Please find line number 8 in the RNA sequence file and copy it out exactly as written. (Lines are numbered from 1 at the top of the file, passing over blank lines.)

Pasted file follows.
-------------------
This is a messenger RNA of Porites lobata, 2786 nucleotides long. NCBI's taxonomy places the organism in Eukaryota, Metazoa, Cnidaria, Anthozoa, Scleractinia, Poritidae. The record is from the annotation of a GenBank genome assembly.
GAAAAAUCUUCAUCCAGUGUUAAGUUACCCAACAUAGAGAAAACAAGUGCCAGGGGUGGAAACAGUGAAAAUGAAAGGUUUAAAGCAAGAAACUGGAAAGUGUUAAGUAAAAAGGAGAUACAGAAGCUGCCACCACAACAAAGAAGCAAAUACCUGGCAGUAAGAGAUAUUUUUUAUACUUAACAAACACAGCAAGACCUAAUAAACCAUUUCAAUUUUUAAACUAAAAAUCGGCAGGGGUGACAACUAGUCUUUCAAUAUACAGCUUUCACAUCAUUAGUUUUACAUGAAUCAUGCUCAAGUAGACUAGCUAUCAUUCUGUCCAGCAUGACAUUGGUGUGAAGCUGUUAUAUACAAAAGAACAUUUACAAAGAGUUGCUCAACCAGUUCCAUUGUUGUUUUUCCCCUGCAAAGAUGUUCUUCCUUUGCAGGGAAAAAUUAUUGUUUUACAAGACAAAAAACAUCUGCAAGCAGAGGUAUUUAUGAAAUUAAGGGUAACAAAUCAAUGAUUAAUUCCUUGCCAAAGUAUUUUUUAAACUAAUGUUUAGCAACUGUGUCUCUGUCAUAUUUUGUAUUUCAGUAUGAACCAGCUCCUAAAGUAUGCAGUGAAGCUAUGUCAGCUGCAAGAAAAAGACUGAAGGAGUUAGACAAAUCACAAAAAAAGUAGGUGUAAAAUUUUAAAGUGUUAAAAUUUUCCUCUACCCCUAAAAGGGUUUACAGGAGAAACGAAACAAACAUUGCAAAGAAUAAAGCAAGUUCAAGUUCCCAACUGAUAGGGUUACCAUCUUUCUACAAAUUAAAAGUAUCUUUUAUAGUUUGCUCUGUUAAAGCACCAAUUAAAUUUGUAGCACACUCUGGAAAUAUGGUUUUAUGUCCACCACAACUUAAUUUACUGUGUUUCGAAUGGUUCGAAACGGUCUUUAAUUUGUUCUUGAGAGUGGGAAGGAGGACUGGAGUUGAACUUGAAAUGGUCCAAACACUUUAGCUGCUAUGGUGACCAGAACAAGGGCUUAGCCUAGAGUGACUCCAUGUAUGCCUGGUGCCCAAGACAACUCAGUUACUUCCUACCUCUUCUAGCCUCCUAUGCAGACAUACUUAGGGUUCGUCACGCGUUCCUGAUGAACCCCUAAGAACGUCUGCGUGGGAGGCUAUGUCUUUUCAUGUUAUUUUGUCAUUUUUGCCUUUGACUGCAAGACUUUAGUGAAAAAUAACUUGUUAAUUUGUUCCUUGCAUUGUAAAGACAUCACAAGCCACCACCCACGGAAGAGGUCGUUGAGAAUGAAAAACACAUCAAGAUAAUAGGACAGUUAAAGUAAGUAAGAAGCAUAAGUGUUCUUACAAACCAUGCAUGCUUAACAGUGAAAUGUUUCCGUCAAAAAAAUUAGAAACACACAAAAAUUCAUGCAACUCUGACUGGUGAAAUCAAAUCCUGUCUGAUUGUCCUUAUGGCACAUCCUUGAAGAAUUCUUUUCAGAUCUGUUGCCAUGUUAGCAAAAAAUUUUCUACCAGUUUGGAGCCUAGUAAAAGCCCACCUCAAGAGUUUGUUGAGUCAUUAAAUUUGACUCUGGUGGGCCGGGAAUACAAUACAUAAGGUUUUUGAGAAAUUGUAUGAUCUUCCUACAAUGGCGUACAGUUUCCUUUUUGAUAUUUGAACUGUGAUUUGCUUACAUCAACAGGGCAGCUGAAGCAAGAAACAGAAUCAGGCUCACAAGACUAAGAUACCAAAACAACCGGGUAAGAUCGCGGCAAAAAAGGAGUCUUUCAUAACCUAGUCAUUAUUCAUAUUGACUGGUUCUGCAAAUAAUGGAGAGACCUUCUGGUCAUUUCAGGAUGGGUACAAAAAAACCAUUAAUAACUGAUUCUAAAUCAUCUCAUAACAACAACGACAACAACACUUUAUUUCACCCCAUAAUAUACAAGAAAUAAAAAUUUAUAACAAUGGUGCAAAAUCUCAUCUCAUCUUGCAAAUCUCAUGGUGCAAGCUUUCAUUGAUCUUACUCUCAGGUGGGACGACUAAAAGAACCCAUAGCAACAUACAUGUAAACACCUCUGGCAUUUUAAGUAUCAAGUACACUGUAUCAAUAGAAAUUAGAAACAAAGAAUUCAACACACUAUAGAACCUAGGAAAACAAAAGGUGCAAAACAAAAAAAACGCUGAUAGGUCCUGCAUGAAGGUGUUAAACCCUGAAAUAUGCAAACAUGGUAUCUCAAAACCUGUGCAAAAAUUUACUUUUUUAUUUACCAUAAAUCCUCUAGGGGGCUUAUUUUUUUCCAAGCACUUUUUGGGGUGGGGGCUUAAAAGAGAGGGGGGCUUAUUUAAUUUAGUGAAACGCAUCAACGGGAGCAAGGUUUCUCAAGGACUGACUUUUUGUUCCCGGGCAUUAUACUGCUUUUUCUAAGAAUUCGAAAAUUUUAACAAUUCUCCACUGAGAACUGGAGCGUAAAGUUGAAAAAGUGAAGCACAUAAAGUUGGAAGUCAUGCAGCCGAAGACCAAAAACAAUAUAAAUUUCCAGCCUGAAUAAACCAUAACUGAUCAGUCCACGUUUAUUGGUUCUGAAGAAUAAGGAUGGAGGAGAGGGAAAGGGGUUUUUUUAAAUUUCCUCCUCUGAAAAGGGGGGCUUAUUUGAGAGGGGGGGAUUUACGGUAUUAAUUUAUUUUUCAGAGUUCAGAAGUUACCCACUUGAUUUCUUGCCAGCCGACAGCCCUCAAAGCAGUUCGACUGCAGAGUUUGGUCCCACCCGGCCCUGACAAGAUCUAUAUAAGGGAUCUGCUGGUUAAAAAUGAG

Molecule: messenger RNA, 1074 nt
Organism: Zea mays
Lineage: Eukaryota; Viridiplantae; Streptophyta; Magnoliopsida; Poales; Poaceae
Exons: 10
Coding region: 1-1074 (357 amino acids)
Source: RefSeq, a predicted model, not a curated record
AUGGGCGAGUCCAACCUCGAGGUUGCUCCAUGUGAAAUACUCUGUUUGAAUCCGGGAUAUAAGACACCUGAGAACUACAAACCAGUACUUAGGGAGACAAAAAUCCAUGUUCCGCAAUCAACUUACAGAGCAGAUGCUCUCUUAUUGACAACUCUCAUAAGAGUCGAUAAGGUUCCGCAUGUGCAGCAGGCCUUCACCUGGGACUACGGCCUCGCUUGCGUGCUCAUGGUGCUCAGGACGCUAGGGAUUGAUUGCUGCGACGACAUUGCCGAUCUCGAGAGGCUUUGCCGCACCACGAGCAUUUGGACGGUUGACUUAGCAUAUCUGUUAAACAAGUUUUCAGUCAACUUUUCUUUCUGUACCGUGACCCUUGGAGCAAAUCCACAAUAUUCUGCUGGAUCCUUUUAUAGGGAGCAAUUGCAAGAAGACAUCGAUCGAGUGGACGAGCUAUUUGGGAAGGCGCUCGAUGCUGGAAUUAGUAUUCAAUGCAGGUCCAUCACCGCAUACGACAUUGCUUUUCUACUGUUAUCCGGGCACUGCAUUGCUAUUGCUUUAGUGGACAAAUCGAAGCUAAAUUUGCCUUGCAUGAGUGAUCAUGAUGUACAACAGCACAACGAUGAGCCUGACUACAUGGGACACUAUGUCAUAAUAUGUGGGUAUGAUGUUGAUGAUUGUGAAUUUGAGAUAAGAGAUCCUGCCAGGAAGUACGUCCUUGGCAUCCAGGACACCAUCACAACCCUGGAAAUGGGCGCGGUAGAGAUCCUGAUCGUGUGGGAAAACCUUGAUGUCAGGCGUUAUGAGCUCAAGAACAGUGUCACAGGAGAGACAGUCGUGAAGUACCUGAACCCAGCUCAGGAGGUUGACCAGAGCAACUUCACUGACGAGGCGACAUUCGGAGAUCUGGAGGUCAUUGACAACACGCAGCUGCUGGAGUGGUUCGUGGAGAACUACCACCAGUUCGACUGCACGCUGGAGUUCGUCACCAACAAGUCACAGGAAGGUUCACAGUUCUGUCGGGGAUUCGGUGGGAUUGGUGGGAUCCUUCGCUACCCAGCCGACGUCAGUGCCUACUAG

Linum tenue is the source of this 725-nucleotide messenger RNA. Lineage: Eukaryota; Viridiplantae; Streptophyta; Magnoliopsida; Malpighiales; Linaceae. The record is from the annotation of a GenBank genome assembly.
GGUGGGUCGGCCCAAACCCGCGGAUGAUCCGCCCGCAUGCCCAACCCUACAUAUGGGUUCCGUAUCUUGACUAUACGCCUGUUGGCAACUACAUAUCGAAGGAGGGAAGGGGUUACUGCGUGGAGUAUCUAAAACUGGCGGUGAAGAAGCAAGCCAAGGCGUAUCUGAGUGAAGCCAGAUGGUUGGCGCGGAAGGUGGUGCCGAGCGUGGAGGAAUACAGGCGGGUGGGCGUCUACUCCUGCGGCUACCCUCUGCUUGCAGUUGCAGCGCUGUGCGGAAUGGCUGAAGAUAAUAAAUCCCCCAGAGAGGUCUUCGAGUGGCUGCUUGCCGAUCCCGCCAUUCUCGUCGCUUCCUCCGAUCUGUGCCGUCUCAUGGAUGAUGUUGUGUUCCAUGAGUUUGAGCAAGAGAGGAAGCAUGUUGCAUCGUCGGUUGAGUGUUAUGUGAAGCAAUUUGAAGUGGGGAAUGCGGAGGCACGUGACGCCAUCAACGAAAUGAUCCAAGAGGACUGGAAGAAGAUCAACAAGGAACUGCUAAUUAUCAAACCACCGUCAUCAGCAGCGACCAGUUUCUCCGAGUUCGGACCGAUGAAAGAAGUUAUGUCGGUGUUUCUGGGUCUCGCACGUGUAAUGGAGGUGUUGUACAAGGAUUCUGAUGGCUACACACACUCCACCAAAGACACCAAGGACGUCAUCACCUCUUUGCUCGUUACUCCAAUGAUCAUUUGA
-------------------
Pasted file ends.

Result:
Source: RefSeq, a predicted model, not a curated record